Alcohol, rituals and spiritual world in ancient China and beyond: An Interdisciplinary Perspective
alcohol symposium 2019
April 15-16, 9:00 am - 5:30 pm Stanford Archaeology Center Building 500
Over the past two decades, archaeologists and cultural anthropologists have increasingly stressed that alcohol— the most widely used psychoactive agent—played an immensely important role in the social, economic, spiritual, and political arenas of ancient cultures. The use of alcohol is nearly a universal human behavior, and China assumes one of the earliest places in the archaeological record for this practice, dating to as early as 9000 years ago. Multiple types of alcoholic beverages also appeared in the earliest writings of the late Shang dynasty some 3200 years ago. Alcohol may have played an important political role in ancestral rituals and feasts throughout the Neolithic and dynastic times, which helped to legitimize the political power of the elites and kings. However, our understandings of prehistoric alcohol production in general still remain sporadic. This problem is primarily because of the insufficient research on this subject, as compared with some regions in other parts of the world.
The major aim of this conference is to better understand methodological and theoretical issues in ancient alcohol production and rituals in light of new fieldwork, new sites, and new analytical techniques. It is also important to investigate this cultural development in China from a global perspective, and interactions involving the use of alcohol between China and other parts of the world in ancient times. Recent developments in archaeological science provide exciting techniques in identifying the remains of ancient beer, wine, and other fermented beverages. Many case studies of early alcohol remain in China and other parts of the world also facilitate cross-regional comparison. By bringing together a diverse international group of archaeologists to consider this topic of common interest, the conference will provide an important platform for international scholarly exchange.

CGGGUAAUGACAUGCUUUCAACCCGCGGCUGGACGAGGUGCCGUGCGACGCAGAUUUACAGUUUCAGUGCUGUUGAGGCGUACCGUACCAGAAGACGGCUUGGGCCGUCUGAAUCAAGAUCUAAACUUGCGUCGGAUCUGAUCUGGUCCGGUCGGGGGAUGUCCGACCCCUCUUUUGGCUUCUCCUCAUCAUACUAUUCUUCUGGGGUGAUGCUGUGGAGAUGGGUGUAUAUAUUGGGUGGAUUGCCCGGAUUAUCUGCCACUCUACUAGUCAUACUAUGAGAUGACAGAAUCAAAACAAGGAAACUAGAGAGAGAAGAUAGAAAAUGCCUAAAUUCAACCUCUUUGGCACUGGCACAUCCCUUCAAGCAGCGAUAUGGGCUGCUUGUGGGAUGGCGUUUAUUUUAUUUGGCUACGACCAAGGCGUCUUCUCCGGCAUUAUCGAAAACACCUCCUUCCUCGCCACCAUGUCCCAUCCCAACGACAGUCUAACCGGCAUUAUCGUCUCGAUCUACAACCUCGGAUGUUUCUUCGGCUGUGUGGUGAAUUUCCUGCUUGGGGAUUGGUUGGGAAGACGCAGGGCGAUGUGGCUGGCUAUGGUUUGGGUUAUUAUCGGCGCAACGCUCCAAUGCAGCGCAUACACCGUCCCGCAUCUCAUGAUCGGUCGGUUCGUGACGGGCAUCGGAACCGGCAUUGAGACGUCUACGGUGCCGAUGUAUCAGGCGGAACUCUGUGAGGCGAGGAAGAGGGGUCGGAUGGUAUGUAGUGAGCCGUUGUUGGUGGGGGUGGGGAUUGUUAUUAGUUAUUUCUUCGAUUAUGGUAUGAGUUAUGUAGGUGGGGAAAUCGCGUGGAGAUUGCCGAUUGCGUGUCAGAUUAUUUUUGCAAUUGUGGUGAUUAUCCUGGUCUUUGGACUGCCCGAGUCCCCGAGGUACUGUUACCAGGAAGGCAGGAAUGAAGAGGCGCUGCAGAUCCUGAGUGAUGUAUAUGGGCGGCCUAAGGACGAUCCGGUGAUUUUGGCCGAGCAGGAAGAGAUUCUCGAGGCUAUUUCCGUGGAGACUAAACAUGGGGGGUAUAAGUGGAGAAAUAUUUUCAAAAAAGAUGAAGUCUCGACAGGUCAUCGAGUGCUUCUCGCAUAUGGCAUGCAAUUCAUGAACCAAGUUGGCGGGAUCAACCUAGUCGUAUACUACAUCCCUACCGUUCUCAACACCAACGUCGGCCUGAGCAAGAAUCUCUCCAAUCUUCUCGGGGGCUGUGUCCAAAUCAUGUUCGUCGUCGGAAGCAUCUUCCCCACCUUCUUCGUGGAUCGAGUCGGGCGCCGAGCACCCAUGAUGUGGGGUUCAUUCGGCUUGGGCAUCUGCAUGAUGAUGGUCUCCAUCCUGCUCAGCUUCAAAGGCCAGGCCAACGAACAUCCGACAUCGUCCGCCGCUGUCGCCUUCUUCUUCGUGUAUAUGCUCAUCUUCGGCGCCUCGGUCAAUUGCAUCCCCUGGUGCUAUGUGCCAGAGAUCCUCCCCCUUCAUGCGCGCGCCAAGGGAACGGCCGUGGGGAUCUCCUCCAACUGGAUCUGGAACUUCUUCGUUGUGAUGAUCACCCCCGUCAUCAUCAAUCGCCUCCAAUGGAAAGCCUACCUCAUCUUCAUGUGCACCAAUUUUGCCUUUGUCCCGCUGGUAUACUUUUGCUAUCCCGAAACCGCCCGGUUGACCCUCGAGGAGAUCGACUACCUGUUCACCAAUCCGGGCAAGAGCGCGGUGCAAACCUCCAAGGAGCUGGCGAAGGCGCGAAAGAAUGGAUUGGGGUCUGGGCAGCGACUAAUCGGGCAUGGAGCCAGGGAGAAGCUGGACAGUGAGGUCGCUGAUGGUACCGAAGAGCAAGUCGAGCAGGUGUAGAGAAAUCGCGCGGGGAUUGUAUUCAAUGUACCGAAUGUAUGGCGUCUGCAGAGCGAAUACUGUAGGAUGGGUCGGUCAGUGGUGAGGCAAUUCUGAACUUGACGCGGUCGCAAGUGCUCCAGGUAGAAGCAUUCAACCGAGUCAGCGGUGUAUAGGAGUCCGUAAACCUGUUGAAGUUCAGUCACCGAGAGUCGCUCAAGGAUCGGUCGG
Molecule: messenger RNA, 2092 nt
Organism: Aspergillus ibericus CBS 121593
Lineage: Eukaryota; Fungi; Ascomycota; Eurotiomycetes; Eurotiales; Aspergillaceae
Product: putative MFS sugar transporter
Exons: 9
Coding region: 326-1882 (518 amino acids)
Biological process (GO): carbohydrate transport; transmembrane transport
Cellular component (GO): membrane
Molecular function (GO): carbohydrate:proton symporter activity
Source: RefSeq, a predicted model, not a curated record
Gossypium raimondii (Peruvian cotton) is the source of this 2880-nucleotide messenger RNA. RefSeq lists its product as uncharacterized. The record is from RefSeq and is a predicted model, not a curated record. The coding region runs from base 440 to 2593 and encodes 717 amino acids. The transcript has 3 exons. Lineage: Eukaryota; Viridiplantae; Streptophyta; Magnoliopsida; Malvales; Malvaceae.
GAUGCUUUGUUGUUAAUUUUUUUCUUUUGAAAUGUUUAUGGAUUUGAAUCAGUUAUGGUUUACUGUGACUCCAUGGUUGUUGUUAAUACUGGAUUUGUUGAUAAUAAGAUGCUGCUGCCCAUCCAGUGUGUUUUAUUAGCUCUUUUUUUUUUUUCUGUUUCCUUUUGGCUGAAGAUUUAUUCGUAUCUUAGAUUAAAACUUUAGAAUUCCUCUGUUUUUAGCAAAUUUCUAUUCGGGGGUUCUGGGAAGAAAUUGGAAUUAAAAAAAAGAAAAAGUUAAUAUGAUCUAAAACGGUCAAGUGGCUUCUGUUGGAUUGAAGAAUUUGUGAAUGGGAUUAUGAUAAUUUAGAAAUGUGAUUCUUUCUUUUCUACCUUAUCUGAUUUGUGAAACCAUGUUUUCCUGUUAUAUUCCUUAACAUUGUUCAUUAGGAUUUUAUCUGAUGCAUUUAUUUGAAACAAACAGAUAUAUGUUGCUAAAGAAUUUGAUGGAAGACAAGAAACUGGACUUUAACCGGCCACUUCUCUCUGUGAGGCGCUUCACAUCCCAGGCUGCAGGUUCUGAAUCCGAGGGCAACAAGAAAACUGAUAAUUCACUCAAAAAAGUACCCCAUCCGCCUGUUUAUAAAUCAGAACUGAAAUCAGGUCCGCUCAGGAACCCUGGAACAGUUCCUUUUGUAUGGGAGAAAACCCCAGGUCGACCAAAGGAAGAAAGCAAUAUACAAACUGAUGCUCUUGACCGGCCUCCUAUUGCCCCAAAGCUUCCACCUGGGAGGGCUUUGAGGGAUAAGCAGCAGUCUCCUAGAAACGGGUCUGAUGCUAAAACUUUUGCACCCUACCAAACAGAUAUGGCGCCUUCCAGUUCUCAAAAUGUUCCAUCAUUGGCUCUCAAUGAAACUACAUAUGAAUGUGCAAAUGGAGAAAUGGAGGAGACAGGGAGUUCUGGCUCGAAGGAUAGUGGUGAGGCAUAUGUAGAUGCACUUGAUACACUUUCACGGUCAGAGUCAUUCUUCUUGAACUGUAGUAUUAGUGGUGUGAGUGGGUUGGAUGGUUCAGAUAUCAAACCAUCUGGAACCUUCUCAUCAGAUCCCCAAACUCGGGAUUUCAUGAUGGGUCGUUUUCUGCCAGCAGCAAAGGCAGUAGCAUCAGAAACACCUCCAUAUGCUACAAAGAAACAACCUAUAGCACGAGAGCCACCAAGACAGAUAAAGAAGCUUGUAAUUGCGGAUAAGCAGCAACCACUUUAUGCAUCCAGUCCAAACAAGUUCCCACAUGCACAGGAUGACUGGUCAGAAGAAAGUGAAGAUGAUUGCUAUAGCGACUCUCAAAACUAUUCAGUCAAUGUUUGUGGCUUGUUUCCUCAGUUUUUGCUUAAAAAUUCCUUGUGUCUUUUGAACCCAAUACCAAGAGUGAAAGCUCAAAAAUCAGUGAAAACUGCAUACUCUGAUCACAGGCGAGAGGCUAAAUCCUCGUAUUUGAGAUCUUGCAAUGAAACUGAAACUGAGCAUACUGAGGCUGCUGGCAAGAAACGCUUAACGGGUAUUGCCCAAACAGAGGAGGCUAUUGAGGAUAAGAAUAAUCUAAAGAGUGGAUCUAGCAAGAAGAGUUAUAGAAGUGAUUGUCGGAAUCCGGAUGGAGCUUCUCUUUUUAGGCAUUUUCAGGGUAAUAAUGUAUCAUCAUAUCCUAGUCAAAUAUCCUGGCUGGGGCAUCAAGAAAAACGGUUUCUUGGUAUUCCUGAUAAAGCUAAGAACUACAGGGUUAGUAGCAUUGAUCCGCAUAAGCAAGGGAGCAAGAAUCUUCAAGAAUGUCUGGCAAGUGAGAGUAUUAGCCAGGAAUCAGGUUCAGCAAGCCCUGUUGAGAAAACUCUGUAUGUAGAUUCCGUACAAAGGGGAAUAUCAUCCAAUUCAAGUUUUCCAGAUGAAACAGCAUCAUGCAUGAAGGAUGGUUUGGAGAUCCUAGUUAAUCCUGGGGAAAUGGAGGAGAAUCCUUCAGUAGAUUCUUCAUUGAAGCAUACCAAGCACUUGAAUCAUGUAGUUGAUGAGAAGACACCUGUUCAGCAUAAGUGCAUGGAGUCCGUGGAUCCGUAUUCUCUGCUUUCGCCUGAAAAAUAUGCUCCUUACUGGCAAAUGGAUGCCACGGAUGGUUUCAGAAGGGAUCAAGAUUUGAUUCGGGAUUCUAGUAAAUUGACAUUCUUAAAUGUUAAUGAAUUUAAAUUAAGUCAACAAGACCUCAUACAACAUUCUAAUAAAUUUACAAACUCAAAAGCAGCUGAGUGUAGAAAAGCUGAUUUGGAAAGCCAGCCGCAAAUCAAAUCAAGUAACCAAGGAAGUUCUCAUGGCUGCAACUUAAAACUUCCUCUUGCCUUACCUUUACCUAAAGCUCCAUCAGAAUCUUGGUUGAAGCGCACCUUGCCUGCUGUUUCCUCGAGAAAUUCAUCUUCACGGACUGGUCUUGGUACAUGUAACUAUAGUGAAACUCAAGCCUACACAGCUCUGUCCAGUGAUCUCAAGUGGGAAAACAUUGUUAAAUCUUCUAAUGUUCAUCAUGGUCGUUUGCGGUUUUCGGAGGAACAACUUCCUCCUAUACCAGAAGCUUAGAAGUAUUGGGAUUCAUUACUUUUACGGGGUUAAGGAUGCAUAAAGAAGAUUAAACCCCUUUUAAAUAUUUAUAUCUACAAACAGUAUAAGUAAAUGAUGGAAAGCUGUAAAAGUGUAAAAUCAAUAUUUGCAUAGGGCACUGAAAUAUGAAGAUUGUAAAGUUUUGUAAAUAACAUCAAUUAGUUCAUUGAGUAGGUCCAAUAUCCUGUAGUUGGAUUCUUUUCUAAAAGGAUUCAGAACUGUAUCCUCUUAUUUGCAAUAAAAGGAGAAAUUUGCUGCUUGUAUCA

The conference included scholars from institutions in the US, China, the UK, and Greece. Speakers presented recent developments in methodological and theoretical issues in ancient alcohol production and engaged in lively discussion and debate. Presentations focused on archaeological, ethnographic, and historical perspectives on the study of ancient alcohol, covering a broad range of geographical regions, including Africa, East Asia, Europe, Mesopotamia, and Mesoamerica.
In commemoration of Connie Chin (1946-2020).
John W. Arthur (Univ. of South Florida St. Petersburg)
Masahiro Baba (Waseda University)
Ran Chen (Stanford University)
Stephen Dueppen (University of Oregon)
David Edwards (University of Leicester)
Suofei Feng (Stanford University)
Renee Friedman (University of Oxford)
Daphne Gallagher (University of Oregon)
Junko Habu (University of California, Berkeley)
Yahui He (Stanford University)
Min Li (University of California, Los Angeles)
Li Liu (Stanford University)
Patrick McGovern (University of Pennsylvania)
Tate Paulette (North Carolina State University)
Duo Tian (Northwest University)
Soultana Maria Valamoti (Aristotle University of Thessaloniki)
Jiajing Wang (Stanford University)
Rui Wen (Northwest University)
Alcohol, Rituals and Politics in the Ancient World: An Interdisciplinary Perspective, Special Issue for Journal of Anthropological Archaeology.
The conference was supported by the Stanford Archaeology Center, Confucius Institute of the Department of East Asian Languages and Cultures, and the Freeman Spogli Institute for International Studies.